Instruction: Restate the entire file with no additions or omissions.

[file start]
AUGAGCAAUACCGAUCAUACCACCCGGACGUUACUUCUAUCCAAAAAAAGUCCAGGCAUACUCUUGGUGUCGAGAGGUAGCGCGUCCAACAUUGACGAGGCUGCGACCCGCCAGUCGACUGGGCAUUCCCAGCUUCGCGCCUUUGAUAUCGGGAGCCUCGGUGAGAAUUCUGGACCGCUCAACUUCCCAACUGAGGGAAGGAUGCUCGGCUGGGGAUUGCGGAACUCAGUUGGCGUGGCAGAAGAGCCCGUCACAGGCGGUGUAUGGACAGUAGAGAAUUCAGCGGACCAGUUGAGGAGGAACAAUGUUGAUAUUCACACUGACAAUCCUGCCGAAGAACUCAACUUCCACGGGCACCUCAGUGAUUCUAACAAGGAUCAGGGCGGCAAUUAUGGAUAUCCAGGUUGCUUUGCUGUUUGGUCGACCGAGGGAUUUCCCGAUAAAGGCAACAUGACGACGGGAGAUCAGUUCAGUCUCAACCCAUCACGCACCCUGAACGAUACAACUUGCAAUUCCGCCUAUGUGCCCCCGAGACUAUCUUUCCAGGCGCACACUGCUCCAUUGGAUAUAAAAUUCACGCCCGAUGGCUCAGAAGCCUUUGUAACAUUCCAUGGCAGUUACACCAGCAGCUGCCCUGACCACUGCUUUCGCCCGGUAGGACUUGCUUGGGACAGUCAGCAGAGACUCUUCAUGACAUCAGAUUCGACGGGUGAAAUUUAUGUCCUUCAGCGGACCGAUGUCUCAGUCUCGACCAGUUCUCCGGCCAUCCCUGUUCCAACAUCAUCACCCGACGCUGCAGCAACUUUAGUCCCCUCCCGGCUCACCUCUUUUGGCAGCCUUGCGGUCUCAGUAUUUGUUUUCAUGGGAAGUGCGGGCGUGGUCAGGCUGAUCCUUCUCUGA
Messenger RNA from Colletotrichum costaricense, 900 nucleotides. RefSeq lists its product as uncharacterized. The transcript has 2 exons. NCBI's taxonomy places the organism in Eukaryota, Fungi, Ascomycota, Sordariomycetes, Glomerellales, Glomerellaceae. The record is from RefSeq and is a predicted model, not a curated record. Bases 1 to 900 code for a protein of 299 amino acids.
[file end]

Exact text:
AUGAGCAAUACCGAUCAUACCACCCGGACGUUACUUCUAUCCAAAAAAAGUCCAGGCAUACUCUUGGUGUCGAGAGGUAGCGCGUCCAACAUUGACGAGGCUGCGACCCGCCAGUCGACUGGGCAUUCCCAGCUUCGCGCCUUUGAUAUCGGGAGCCUCGGUGAGAAUUCUGGACCGCUCAACUUCCCAACUGAGGGAAGGAUGCUCGGCUGGGGAUUGCGGAACUCAGUUGGCGUGGCAGAAGAGCCCGUCACAGGCGGUGUAUGGACAGUAGAGAAUUCAGCGGACCAGUUGAGGAGGAACAAUGUUGAUAUUCACACUGACAAUCCUGCCGAAGAACUCAACUUCCACGGGCACCUCAGUGAUUCUAACAAGGAUCAGGGCGGCAAUUAUGGAUAUCCAGGUUGCUUUGCUGUUUGGUCGACCGAGGGAUUUCCCGAUAAAGGCAACAUGACGACGGGAGAUCAGUUCAGUCUCAACCCAUCACGCACCCUGAACGAUACAACUUGCAAUUCCGCCUAUGUGCCCCCGAGACUAUCUUUCCAGGCGCACACUGCUCCAUUGGAUAUAAAAUUCACGCCCGAUGGCUCAGAAGCCUUUGUAACAUUCCAUGGCAGUUACACCAGCAGCUGCCCUGACCACUGCUUUCGCCCGGUAGGACUUGCUUGGGACAGUCAGCAGAGACUCUUCAUGACAUCAGAUUCGACGGGUGAAAUUUAUGUCCUUCAGCGGACCGAUGUCUCAGUCUCGACCAGUUCUCCGGCCAUCCCUGUUCCAACAUCAUCACCCGACGCUGCAGCAACUUUAGUCCCCUCCCGGCUCACCUCUUUUGGCAGCCUUGCGGUCUCAGUAUUUGUUUUCAUGGGAAGUGCGGGCGUGGUCAGGCUGAUCCUUCUCUGA
Messenger RNA from Colletotrichum costaricense, 900 nucleotides. RefSeq lists its product as uncharacterized. The transcript has 2 exons. NCBI's taxonomy places the organism in Eukaryota, Fungi, Ascomycota, Sordariomycetes, Glomerellales, Glomerellaceae. The record is from RefSeq and is a predicted model, not a curated record. Bases 1 to 900 code for a protein of 299 amino acids.